It’s dismaying that Gov. Pete Ricketts has targeted a bill that would allow young immigrants in Nebraska to get professional and occupational licenses to work in Nebraska.
His position is anti-business, not to mention mean-spirited.
The governor has taken aim at the bill in a weekly column. His disapproval has been conveyed directly to state senators.
The bill, introduced by Sen. Heath Mello of Omaha, would apply to young immigrants brought here as children and given lawful status in the United States under the Deferred Action for Childhood Arrivals implemented by President Barack Obama.
In his column, Ricketts said the bill would “reward illegal immigration.”
In reality the bill would reward the hard work required to become nurses, electricians, engineers and so on.
It would reward exactly the sort of ambitious young people that Nebraska needs to grow its economy. It would reward precisely the kind of people that employers search for desperately a state that consistently has one of the lowest unemployment rates in the nation.
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To be eligible for DACA, young immigrants must have been brought to the United States before turning 16. They must have lived in the United States since 2007. In short, they arrived here as kids just doing what their parents told them. In many cases Nebraska is their only real home.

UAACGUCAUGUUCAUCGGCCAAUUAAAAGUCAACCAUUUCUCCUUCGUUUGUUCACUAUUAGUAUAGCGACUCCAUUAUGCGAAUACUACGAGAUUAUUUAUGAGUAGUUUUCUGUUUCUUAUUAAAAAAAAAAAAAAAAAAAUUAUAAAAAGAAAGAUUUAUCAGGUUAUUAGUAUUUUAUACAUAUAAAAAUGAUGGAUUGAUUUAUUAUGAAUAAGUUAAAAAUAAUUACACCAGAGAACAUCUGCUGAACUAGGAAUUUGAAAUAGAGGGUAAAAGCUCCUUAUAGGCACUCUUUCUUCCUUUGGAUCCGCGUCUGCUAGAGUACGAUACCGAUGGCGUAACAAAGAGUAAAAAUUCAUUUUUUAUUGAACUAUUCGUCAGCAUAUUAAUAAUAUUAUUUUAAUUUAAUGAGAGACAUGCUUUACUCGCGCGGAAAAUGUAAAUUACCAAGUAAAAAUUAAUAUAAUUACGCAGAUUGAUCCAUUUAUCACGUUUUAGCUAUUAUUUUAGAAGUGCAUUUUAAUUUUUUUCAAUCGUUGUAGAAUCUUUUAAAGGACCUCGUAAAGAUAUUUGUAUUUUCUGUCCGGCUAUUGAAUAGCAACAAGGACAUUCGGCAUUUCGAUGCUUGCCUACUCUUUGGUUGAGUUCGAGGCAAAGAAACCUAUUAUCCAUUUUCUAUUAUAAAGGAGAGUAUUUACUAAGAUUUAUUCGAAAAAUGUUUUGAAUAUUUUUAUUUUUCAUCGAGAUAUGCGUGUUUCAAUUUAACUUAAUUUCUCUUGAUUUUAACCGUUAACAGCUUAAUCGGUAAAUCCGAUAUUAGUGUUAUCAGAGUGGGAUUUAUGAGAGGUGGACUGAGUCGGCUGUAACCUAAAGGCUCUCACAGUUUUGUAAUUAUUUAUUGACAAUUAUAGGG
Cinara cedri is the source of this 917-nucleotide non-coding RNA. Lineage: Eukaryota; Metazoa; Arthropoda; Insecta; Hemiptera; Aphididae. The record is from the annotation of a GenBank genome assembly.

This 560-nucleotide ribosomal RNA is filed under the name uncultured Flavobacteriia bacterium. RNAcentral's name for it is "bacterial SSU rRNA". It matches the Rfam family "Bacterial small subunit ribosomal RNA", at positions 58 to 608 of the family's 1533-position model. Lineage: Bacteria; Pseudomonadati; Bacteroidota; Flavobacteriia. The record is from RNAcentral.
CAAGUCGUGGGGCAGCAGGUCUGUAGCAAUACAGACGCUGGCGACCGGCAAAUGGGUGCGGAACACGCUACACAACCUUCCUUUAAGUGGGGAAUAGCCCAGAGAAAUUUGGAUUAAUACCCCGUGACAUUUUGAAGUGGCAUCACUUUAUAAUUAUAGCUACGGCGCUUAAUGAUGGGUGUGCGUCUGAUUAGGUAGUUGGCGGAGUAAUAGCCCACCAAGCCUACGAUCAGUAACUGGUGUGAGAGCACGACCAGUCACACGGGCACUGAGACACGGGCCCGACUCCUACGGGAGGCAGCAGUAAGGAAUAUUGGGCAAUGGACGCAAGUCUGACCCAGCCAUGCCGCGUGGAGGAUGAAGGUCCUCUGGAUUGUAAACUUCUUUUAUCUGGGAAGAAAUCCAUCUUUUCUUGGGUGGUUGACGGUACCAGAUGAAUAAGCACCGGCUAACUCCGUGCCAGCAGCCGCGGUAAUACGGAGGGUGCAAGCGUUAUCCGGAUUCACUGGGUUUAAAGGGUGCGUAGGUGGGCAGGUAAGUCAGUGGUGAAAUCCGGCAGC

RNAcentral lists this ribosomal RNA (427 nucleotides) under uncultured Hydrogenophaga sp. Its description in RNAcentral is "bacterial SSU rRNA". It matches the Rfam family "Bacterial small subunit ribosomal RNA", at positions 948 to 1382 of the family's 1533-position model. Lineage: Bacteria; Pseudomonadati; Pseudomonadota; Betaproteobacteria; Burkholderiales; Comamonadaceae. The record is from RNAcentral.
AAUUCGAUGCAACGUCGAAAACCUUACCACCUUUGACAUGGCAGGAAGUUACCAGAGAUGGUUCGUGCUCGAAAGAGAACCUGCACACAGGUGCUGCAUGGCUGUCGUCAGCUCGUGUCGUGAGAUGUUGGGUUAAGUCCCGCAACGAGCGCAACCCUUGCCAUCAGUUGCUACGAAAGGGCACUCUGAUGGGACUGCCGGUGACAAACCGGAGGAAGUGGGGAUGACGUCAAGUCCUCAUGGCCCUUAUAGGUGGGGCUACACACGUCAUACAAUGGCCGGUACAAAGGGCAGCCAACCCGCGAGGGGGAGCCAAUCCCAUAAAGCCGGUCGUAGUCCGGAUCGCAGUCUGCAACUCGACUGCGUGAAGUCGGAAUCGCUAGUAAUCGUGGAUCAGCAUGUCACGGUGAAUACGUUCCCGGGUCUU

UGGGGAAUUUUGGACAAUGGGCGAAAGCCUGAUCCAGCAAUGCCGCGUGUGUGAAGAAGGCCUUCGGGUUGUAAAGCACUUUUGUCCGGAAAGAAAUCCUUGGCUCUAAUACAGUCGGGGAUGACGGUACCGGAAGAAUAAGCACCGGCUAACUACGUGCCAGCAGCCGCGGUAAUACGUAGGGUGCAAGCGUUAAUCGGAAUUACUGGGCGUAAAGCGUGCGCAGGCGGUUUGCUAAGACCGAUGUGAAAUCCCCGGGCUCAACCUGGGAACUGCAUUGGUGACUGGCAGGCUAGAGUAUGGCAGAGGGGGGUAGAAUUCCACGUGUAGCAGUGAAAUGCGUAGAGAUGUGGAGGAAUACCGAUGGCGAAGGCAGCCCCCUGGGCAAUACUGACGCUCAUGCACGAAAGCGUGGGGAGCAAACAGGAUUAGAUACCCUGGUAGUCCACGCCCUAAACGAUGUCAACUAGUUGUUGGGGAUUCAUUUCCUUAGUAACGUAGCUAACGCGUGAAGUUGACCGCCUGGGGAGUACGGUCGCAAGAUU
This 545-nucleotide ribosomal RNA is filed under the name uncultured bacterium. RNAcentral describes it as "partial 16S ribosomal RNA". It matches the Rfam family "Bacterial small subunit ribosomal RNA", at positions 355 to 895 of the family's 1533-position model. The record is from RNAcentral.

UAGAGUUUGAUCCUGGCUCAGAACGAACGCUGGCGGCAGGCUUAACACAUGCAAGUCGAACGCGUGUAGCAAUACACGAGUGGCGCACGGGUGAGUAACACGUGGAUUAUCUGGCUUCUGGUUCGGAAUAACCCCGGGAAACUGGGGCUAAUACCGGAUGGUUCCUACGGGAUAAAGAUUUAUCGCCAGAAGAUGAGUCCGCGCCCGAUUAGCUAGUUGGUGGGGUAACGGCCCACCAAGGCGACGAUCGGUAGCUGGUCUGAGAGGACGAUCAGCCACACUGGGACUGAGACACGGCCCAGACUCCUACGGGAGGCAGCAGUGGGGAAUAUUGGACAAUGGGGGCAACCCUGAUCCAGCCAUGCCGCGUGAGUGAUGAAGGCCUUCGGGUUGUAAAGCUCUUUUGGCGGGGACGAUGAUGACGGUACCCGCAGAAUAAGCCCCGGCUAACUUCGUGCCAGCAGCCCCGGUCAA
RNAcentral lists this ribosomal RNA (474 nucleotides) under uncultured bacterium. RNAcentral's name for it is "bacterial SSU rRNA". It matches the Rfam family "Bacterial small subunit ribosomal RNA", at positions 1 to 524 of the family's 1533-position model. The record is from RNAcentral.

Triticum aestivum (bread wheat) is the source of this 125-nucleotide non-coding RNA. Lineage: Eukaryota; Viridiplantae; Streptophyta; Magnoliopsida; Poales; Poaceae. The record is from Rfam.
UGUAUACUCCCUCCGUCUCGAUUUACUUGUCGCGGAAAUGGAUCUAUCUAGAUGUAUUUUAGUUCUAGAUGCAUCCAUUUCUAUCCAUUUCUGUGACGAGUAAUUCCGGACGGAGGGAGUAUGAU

With lawful status in America, DACA youth, sometimes called Dreamers, can study at Nebraska colleges. It’s a credit to private donors that endowments have been set up at Nebraska colleges and universities to provide scholarships to Dreamers. Some of them graduate from Nebraska high schools near the top of their class.
But under current Nebraska policy, they will have to leave Nebraska to work in their chosen professions.
“That’s the most insane thing I’ve heard of,” as Sen. Les Seiler of Hastings so aptly put it.
Earlier this month the bill, LB947, was given 27-7 first-round approval. Sen. Matt Hansen of Lincoln made it his priority bill.
The governor’s opposition means that it faces a more difficult path to become law. The governor’s intransigence on the issue signals a veto, which means 30 votes would be needed for an override. It would take 33 votes to break a filibuster.
The situation is much the same as last year, when senators had to override Rickett’s veto of a bill that finally made Nebraska the last state in the union to allow Dreamers to get driver’s licenses.
State senators apparently will have to do it again this year.
And they should. To do otherwise would be insane.